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Discussion Starter · #1 ·
It’s almost 3 months since I first posted with my 999 with intermittent failure on #1 only, and I write this to try and save those with limited experience with the 999 (like me) from the angst I have suffered. I would also like to say a sincere thankyou to those of you that have been very supportive of me during this time.

I initially determined that the issue was #1 injector was not delivering fuel (ie visual check), and the fault code indicated an injector fault. This included at one stage where the bike ran well until about 7800rpm (ie the fake rev limiter)

To resolve this I have: Swapped over injectors, Removed, replaced and removed the PC3, Cleaned all plugs and sockets, Checked injector coil resistance, and ecu plug to injector circuit continuity and continuity to earth (whilst moving, bending, twisting the various looms and plugs), Unwound the loom binding tape (what was left) and visually checked and flexed the individual cables, and checked the “in loom” cable joints.etc etc etc

I could only get the fault to occasionally appear when I twisted/flexed the engine ecu plug and cables. Connection of an oscilloscope to the cables showed signal loss at the engine ecu plug. Conclusion: either a faulty ecu or ecu plug, more likely the ecu. Do not pull the ecu apart to see if there are any dry joints. Error, wrong! This sent me down the path of fitting another ecu and the learning and activities associated with remapping and disabling the immobilizer (not) and "new" issues like code 34. Eventually, the bike started and ran like clockwork.

So, today I rebound all the wiring, fitted it all back together, grabbed my helmet, fired it up and it ran beautifully…..on one cylinder. FCK. Check the fault codes, again. Same code, 10.2, again. Injector earth fault.FCK

Stripped it out again, pulled the engine ecu plug apart, again (sort of) nothing obvious, put it back, again, runs on 2 cylinders, again. WTF. I was pissed and hit the battery cage while it was running on 2 cyl. 1cyl. So, holding, bending, twisting ect I tracked it down to a faulty coil plug....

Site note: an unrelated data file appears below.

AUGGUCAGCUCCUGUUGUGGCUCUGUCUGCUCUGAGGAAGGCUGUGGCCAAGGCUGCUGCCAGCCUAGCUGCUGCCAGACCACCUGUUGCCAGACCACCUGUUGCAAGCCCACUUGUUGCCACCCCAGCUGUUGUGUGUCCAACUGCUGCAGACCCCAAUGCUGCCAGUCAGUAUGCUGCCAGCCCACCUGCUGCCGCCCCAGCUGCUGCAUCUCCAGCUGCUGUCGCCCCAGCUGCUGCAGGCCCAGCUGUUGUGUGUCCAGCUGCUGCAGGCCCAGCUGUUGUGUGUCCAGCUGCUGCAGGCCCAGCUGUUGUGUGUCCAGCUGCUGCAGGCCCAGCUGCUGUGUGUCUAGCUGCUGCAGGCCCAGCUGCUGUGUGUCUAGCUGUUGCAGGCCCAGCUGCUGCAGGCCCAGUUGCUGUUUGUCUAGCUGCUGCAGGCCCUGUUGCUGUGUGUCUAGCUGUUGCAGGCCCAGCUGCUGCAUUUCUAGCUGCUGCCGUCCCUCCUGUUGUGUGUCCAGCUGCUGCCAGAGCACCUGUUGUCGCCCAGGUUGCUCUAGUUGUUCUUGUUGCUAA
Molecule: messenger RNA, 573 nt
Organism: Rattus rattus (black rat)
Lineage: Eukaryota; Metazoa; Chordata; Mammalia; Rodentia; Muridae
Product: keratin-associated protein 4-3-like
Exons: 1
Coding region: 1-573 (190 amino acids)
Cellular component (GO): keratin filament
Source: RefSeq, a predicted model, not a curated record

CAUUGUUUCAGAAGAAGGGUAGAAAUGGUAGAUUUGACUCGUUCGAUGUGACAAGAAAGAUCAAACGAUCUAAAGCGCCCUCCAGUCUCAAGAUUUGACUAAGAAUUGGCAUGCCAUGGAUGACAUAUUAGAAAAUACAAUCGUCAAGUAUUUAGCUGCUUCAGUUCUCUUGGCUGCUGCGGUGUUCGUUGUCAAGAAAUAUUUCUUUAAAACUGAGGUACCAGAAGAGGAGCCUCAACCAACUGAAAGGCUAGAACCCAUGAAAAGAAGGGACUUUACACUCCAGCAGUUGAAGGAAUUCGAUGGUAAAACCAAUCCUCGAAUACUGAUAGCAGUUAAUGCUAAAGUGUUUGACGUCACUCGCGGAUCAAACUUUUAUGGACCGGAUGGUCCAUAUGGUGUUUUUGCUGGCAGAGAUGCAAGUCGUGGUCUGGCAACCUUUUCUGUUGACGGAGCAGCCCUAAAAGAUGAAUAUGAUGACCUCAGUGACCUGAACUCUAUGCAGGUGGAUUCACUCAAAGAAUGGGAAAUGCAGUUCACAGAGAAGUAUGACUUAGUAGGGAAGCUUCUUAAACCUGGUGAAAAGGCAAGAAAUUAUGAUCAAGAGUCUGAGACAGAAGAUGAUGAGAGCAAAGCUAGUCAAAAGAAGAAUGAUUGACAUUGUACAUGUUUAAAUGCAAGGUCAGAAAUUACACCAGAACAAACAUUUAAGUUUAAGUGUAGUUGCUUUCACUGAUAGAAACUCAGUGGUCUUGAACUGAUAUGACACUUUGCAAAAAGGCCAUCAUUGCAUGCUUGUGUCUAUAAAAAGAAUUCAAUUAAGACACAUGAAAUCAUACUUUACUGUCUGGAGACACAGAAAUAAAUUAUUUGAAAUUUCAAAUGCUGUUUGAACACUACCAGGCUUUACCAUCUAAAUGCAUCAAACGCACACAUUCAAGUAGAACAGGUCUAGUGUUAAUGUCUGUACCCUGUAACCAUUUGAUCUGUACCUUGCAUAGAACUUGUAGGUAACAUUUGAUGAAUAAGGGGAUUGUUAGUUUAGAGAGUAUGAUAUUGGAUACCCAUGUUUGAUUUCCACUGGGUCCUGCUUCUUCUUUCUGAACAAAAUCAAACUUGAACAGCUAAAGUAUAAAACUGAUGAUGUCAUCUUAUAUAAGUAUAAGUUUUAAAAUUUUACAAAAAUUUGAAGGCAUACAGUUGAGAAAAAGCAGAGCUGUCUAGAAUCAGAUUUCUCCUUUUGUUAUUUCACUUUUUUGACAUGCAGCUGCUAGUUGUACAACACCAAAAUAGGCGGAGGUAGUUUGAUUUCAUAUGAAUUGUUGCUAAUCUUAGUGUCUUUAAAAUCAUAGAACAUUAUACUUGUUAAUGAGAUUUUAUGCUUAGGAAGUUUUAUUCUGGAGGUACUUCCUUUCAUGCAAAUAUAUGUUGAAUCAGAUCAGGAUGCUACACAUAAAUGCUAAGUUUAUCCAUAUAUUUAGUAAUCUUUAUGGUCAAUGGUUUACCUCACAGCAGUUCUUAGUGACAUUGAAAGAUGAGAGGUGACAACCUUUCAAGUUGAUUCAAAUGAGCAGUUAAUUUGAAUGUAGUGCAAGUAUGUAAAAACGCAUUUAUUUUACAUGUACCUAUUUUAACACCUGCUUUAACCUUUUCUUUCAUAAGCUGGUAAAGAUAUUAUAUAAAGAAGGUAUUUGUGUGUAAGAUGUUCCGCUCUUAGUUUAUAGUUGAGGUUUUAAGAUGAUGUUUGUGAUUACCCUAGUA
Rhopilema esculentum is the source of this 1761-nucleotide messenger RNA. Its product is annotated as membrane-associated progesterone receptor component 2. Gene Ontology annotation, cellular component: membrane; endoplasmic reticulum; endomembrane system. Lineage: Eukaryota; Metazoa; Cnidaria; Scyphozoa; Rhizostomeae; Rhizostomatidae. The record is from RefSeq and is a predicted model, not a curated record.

There has been spark every time I pulled the plug to check, there were no codes to suggest that there was an ignition issue, and I didn’t know that the ecu must shut the injector down when it detects an ignition issue, even if doesn’t report.

Oh well, I've learnt a lot, even if I was walking down the wrong path.....
 

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Discussion Starter · #3 ·
When we as rookies trying to find an issue are supported to the extent that I was by the pros I believe we have a responsibility to post our final findings.....
Regards to all, Greg
 

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Hey,
Congrats on finding the fault. Intermittent faults are the most difficult to track down. Even for the pros. I worked in Heavy Equipment for over 2 decades. I've run into intermittent faults that took days or even weeks to find. Granted, there are a large number that were found in minutes but those are the more easily isolated ones.

Ignition and fueling are somewhat intertwined electronically so separating one from the other can be difficult. A fault like you were experiencing might have taken days to locate, even for a pro. Thanks for closing the loop and filling everyone in on your findings.......sean
 
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